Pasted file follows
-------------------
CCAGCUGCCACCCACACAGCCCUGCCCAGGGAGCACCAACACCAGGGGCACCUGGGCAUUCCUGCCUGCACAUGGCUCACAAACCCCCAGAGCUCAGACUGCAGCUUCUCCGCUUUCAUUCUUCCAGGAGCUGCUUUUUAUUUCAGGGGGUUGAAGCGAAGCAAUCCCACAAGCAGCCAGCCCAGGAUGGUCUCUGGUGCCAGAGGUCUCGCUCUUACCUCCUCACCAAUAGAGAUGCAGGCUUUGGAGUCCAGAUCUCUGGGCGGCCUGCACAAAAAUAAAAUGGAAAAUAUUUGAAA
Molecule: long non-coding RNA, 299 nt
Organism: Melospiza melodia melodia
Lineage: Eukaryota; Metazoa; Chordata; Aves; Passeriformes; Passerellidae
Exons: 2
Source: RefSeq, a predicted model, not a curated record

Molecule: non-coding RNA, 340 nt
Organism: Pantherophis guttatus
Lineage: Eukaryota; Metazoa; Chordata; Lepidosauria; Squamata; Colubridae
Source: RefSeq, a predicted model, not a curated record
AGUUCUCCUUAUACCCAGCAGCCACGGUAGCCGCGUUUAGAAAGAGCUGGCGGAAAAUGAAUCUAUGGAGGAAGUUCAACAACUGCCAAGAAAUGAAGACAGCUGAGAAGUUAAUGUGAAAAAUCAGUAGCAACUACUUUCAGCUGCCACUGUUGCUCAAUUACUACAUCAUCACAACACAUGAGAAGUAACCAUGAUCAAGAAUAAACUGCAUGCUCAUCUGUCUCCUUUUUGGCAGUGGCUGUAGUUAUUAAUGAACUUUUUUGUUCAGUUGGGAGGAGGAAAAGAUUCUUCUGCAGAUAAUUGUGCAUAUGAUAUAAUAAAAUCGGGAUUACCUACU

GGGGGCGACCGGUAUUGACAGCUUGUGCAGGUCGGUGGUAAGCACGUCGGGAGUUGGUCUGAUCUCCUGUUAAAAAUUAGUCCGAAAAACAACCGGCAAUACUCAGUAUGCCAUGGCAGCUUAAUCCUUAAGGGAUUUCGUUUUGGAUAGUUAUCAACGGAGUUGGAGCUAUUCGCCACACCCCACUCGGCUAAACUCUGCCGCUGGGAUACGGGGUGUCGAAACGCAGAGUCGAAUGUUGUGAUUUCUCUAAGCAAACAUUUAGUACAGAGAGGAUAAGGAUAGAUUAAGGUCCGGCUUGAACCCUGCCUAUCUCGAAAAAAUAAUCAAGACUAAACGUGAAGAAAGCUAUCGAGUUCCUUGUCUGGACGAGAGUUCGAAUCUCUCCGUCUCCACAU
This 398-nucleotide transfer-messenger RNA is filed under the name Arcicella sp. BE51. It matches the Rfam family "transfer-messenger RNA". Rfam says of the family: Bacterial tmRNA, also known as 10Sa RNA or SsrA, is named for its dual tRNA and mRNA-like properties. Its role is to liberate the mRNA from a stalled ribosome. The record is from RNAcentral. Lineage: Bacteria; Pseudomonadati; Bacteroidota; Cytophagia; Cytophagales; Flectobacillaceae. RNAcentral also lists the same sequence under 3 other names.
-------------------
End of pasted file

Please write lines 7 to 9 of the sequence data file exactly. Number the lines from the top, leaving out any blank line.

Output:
Molecule: non-coding RNA, 340 nt
Organism: Pantherophis guttatus
Lineage: Eukaryota; Metazoa; Chordata; Lepidosauria; Squamata; Colubridae